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Economic Data (USA)

Saturday, July 17, 2021

Consumer Sentiment: Preliminary Results for July 2021

The University of Michigan's Index of Consumer Sentiment (ICS) - Preliminary Results for July 2021 was released today:

Predicted: 85.0
  • Actual: 80.8
  • Change from Previous Month: -5.497% (-4.7 points)
  • Change from 12 Months Previous: +11.448% (+8.3 points)


  • Final ICS Reading for June 2021: 85.5

  • Final ICS Reading for July 2020: 72.5


From today's report:

"...Consumer sentiment posted a monthly decline of 5.5% in early July, largely due to less favorable prospects for the national economy. This decline was caused by a misjudgement by consumers in the pace that the economy would recover as the pandemic eased. This involved both underestimating the economy's ability to reactivate supply lines and restore jobs, and the resulting impact on inflation. Rather than job creation, halting and reversing an accelerating inflation rate has now become a top concern. Inflation has put added pressure on living standards, especially on lower and middle income households, and caused postponement of large discretionary purchases, especially among upper income households. Consumers' complaints about rising prices on homes, vehicles, and household durables has reached an all-time record (see the chart). Purchase rates, however, have benefitted from record increases in accumulated savings and reserve funds. A critical issue is whether consumers will find greater value in keeping a significant portion of their savings as a precautionary hedge, or spending a significant portion in an effort to avoid their inflationary erosion and to benefit from buying-in-advance of increasing market prices. The precautionary impulse will quickly fade if the 'transitory' spike in inflation extended into 2022. Resurgent consumer spending propelled by fiscal stimulus is likely to increase inflation. Small policy steps could now have a large impact on ending inflationary psychology. A slight increase in interest rates would be no surprise to consumers as 70% expected an increase in early July, a significant shift from the start of 2021 (44%) or from last July's survey (31%)..."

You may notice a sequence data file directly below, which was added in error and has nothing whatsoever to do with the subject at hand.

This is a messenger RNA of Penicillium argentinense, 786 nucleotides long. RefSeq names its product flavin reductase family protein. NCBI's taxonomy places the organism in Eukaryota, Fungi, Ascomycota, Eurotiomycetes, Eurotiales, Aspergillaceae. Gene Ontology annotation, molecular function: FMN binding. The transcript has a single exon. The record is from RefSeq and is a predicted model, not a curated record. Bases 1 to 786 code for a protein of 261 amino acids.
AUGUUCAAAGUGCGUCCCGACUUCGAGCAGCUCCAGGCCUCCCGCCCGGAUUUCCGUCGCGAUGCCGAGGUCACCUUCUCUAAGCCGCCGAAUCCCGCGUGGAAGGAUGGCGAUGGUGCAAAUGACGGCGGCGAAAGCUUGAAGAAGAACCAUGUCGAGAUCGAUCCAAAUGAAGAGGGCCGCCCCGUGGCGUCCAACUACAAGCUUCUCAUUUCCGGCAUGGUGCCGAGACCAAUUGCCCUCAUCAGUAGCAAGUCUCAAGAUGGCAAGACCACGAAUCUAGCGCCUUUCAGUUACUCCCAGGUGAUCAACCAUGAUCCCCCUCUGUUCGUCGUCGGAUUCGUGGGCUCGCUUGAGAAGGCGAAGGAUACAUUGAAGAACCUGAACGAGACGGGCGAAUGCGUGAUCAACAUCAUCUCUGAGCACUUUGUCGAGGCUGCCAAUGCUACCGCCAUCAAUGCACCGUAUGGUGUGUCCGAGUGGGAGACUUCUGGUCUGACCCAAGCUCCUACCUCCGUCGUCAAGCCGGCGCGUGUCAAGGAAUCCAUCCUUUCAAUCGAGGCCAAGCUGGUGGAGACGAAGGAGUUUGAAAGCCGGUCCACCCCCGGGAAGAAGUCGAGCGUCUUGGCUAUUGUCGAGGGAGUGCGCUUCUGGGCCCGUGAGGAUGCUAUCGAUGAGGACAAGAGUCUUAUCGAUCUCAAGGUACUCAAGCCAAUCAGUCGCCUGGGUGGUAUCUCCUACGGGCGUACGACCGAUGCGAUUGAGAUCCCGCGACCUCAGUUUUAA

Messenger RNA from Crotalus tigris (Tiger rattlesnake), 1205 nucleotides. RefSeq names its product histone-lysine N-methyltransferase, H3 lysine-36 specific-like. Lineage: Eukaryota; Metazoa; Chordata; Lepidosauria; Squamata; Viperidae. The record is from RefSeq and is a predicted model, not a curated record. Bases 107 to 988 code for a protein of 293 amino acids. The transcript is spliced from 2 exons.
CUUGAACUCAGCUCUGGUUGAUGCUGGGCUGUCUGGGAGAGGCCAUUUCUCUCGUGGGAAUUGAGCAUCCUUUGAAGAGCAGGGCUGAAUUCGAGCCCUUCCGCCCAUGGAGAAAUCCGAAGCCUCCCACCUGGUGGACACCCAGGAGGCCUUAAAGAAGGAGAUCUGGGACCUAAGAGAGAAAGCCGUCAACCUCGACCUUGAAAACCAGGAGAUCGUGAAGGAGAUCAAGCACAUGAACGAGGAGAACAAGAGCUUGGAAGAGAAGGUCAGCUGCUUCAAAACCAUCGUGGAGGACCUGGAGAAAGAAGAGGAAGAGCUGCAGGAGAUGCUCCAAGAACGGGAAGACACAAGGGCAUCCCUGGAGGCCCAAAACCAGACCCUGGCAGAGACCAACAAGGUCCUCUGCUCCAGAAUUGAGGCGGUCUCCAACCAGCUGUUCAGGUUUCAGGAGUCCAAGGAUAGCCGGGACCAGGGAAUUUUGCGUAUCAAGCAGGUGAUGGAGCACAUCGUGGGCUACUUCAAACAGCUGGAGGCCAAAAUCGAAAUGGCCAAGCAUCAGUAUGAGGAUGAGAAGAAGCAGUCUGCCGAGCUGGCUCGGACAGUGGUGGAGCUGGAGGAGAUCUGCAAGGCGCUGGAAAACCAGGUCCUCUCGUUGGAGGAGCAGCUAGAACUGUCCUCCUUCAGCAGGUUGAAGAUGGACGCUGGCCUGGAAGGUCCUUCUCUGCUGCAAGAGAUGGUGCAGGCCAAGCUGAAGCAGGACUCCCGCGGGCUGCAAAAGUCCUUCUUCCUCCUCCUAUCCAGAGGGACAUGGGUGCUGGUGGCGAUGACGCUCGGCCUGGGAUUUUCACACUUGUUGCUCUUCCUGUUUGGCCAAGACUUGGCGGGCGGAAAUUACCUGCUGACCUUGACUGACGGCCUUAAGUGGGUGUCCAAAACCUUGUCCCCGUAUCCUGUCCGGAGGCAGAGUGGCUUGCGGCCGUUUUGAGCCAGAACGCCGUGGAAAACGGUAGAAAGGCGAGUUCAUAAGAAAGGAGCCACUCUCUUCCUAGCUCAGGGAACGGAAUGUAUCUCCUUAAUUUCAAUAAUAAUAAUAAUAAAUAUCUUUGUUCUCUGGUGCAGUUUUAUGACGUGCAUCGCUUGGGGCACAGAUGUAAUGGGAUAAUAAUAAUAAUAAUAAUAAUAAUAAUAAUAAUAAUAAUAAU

The ICS is derived from the following five survey questions:

  1. "We are interested in how people are getting along financially these days. Would you say that you (and your family living there) are better off or worse off financially than you were a year ago?"

  2. "Now looking ahead, do you think that a year from now you (and your family living there) will be better off financially, or worse off, or just about the same as now?"

  3. "Now turning to business conditions in the country as a whole, do you think that during the next twelve months we'll have good times financially, or bad times, or what?"

  4. "Looking ahead, which would you say is more likely: that in the country as a whole we'll have continuous good times during the next five years or so, or that we will have periods of widespread unemployment or depression, or what?"

  5. "About the big things people buy for their homes, such as furniture, a refrigerator, stove, television, and things like that. Generally speaking, do you think now is a good or bad time for people to buy major household items?"



The ICS uses a 1966 baseline, i.e. for 1966, the ICS = 100. So any number that is below the 1966 baseline of 100 means that the folks who were polled recently aren't as optimistic about the U.S. economy as those polled back in 1966.

The ICS is similar to the Consumer Confidence Index in that they both measure consumer attitudes and offer valuable insight into consumer spending.


The "predicted" figure is what economists were expecting, while the "actual" is the true or real figure.



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